I18n.t :foo, :count => 0 # => 'Foos'
I18n.t :foo, :count => 2 # => 'Foos'

The :count option can be used both for pluralization and interpolation. E.g., with the translation :foo => ['%{count} foo', '%{count} foos'], count will be interpolated to the pluralized translation:

I18n.t :foo, :count => 1 # => '1 foo'

DEFAULTS

This returns the translation for :foo or default if no translation was found:

I18n.t :foo, :default => 'default'

This returns the translation for :foo or the translation for :bar if no translation for :foo was found:

I18n.t :foo, :default => :bar

Returns the translation for :foo or the translation for :bar or default if no translations for :foo and :bar were found.

I18n.t :foo, :default => [:bar, 'default']

*BULK LOOKUP*

This returns an array with the translations for :foo and :bar.

I18n.t [:foo, :bar]

Can be used with dot-separated nested keys:

I18n.t [:'baz.foo', :'baz.bar']

Which is the same as using a scope option:

I18n.t [:foo, :bar], :scope => :baz

LAMBDAS

Both translations and defaults can be given as Ruby lambdas. Lambdas will be called and passed the key and options.

E.g. assuming the key :salutation resolves to:

lambda { |key, options| options[:gender] == 'm' ? "Mr. #{options[:name]}" : "Mrs. #{options[:name]}" }

Then <tt>I18n.t(:salutation, :gender => 'w', :name => 'Smith') will result in “Mrs. Smith”.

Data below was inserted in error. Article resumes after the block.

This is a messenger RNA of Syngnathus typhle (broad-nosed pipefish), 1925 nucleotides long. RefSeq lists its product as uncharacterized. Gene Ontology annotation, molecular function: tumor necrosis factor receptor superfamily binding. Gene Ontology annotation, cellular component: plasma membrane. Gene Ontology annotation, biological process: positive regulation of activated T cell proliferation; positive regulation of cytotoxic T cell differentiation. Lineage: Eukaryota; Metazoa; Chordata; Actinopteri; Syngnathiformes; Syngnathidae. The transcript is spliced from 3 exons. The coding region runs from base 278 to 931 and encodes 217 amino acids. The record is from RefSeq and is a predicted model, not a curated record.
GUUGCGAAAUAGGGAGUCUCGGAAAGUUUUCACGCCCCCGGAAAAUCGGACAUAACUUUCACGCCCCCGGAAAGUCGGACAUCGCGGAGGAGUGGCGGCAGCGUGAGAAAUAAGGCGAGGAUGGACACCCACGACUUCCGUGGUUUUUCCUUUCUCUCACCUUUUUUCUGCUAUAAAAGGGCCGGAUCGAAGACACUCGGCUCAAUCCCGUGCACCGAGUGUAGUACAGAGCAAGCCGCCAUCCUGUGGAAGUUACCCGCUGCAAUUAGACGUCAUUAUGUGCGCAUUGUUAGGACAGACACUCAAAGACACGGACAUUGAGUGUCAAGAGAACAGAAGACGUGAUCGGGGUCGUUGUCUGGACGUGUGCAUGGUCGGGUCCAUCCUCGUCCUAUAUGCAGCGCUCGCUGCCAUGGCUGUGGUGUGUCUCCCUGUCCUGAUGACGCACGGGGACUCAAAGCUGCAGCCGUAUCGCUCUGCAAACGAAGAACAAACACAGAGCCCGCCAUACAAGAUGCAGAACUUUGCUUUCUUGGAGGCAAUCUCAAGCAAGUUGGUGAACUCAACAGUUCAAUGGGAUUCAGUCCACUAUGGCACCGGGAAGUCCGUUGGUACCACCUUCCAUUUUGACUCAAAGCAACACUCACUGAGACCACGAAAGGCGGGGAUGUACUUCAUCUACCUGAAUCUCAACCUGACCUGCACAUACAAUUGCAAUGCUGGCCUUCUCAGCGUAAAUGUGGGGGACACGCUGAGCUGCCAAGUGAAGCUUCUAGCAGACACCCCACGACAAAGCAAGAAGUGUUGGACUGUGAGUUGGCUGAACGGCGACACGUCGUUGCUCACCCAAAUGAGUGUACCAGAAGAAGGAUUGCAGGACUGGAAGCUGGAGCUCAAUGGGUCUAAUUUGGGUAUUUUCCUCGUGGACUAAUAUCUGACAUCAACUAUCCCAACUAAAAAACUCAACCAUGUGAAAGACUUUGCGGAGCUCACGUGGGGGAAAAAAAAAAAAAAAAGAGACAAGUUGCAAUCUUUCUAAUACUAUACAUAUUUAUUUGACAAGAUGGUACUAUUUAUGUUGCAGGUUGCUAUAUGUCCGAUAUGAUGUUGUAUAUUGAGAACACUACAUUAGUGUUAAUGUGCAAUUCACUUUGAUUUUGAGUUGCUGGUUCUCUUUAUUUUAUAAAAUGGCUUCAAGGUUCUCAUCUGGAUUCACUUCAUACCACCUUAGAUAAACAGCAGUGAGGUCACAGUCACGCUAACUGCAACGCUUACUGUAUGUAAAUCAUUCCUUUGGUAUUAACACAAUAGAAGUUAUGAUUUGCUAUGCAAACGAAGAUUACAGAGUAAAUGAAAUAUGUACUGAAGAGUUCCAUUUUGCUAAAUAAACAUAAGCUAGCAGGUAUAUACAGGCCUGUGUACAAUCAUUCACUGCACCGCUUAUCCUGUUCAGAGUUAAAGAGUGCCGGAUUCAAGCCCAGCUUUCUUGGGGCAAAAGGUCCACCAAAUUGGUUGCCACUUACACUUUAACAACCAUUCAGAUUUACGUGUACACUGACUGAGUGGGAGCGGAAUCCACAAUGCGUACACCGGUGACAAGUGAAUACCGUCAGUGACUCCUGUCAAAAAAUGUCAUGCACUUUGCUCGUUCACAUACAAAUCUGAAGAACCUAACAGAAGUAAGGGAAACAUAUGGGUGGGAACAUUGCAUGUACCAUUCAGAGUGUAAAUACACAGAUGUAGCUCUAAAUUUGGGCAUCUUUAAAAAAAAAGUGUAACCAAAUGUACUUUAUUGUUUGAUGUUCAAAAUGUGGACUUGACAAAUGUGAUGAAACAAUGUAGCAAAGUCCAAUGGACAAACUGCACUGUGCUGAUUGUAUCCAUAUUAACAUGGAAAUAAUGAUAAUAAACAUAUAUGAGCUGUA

Note that the string returned by lambda will go through string interpolation too, so the following lambda would give the same result:

lambda { |key, options| options[:gender] == 'm' ? "Mr. %{name}" : "Mrs. %{name}" }

It is recommended to use/implement lambdas in an “idempotent” way. E.g. when a cache layer is put in front of I18n.translate it will generate a cache key from the argument values passed to #translate. Therefor your lambdas should always return the same translations/values per unique combination of argument values.


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# File 'lib/i18n.rb', line 156

def translate(*args)
  options  = args.last.is_a?(Hash) ? args.pop.dup : {}
  key      = args.shift
  backend  = config.backend
  locale   = options.delete(:locale) || config.locale
  handling = options.delete(:throw) && :throw || options.delete(:raise) && :raise # TODO deprecate :raise

  enforce_available_locales!(locale)

  result = catch(:exception) do
    if key.is_a?(Array)
      key.map { |k| backend.translate(locale, k, options) }
    else
      backend.translate(locale, key, options)
    end
  end
  result.is_a?(MissingTranslation) ? handle_exception(handling, result, locale, key, options) : result
end